Nearly 80 percent of people in Oregon living with HIV cannot transmit it

World AIDS Day has been observed annually on Dec. 1 since 1988 to remember the more than 35 million people who have died from HIV-related illnesses, to advocate for those living with HIV and to raise awareness to prevent the spread of the virus.  

World AIDS Day is the first ever global health day and a lot of progress has been made over the past three decades in treatment and slowing the spread of HIV, but the goal is to End HIV. And ending it is possible globally through testing and medication.

End HIV Oregon started five years ago. The mission is to test all Oregonians and put those who test HIV positive on antiretroviral therapy (ART).  

Today, the estimated 9,100 people in Oregon living with HIV can enjoy healthy, full lives when taking ART. ART is so effective at reducing the amount of virus in blood that 77 percent of people in Oregon living with HIV do not carry enough of the virus to transmit it to others. This is an increase from 63 percent in 2012.

“In the fifth full year since beginning End HIV Oregon in December 2016, statewide partners continue to bring HIV/Sexually Transmitted Infection testing to communities in need, expand access to prevention services like PrEP, and ensure high-quality treatment for people infected with HIV,” said Rachael Banks,  public health director for Oregon Health Authority.

Undetectable = Untransmittable

“The science is clear,” said Tim Menza, M.D., PhD., medical director, HIV/STD/Tuberculosis section, Public Health Division, Oregon Health Authority. “Individuals living with HIV who take ART and achieve and maintain an undetectable viral load for at least six months cannot transmit HIV to their sexual partners.”

PrEP (pre-exposure prophylaxis) is a preventative daily pill that reduces the risk of HIV infection before it happens by more than 99 percent in sexual transmissions and at least 74 percent in transmission via needles. PrEP is available for free from most insurance providers, including the Oregon Health Plan.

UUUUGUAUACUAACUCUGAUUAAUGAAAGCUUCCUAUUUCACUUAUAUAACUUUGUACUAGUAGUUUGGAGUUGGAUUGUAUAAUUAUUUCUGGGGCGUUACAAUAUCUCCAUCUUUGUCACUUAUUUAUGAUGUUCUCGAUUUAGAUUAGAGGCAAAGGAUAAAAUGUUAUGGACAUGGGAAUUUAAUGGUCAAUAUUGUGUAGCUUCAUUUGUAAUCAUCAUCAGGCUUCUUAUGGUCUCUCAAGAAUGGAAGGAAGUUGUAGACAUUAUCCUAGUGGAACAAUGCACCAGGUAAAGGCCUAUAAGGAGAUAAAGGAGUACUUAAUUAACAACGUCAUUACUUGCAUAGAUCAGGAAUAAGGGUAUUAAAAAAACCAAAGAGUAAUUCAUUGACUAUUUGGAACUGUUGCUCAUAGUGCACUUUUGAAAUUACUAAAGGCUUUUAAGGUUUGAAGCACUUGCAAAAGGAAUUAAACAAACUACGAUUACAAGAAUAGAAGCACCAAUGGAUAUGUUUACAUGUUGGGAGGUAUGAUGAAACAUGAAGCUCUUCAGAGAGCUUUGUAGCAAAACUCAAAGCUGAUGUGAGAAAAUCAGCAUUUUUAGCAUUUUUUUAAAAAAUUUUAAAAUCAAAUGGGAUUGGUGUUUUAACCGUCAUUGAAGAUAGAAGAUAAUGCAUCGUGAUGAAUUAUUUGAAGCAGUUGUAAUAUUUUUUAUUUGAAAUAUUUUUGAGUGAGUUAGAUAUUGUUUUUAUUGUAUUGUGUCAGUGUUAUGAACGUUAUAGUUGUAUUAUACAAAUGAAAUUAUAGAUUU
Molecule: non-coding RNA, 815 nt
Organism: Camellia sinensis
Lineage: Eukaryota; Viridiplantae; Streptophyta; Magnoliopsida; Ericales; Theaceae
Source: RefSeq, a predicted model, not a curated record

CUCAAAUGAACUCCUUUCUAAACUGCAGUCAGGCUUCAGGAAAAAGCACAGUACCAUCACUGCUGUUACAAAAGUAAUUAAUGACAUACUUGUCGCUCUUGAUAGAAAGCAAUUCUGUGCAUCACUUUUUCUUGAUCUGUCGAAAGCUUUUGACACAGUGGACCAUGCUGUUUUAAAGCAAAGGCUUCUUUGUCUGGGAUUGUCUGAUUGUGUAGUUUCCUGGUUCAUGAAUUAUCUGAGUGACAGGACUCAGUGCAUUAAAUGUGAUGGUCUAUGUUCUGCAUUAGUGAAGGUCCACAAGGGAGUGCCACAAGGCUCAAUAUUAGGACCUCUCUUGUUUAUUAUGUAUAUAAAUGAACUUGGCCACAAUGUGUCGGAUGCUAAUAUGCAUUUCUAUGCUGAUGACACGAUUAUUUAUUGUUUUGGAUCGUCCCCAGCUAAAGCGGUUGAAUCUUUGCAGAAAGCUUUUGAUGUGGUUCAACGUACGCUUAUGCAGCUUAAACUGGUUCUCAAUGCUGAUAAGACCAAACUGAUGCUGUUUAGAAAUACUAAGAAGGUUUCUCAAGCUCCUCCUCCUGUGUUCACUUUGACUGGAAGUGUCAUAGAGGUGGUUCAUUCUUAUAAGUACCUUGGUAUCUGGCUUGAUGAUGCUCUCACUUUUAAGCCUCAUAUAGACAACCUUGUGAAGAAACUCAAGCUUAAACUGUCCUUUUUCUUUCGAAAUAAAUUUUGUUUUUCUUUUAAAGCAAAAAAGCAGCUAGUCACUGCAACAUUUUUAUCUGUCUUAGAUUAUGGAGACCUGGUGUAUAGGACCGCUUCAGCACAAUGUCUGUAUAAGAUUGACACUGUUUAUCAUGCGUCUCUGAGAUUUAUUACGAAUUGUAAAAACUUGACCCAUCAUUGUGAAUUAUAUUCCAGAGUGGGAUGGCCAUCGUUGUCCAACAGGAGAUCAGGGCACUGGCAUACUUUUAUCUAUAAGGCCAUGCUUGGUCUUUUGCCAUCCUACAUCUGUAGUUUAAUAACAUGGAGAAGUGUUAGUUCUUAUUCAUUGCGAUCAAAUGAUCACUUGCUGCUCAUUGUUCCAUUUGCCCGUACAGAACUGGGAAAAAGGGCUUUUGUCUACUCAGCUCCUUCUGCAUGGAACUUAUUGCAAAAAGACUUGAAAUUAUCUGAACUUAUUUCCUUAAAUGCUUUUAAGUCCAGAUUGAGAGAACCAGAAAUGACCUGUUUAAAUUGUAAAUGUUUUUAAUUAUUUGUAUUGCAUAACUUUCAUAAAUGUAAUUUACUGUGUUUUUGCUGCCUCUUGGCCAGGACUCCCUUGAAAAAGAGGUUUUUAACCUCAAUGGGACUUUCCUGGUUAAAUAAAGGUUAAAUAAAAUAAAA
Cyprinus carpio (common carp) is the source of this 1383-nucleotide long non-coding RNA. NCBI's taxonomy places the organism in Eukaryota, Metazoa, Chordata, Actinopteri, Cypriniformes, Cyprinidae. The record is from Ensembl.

Raising awareness that people living with HIV, once virally suppressed, cannot transmit the virus can help reduce the stigma. “It allows greater focus on relationships and personal connections, improves self-image, alleviates anxiety and guilt around potential transmission, and enables a worry-free sex life,” said Menza.  


About 6 in 10 Oregonians have never been tested for HIV. This means some Oregonians have HIV and are not aware of it. People who know they are HIV positive are less likely to spread the virus and can begin life-saving treatment today.

In 2012, 15 percent of people newly diagnosed with HIV were virally suppressed within 90 days. In 2020 that number increased to 59 percent and newly diagnosed clients of Oregon’s HIV Early Intervention Services and Outreach are virally suppressed after a median of 62 days.  

“That is a testament to the work of local public health agencies, community-based partners who provide case management, housing, and other critical support services, CareAssist, and Oregon’s many dedicated HIV care providers,” Menza said. “We are getting people linked to care, to insurance coverage, and on treatment as soon as possible.”

There has been progress, but more work needs to be done to prevent new infections and end HIV.

“Almost 80 percent of Oregonians diagnosed with HIV cannot transmit HIV,” said Menza. “While viral suppression is robust in Oregon, we remain short of our goal of 90% viral suppression by 2022.”

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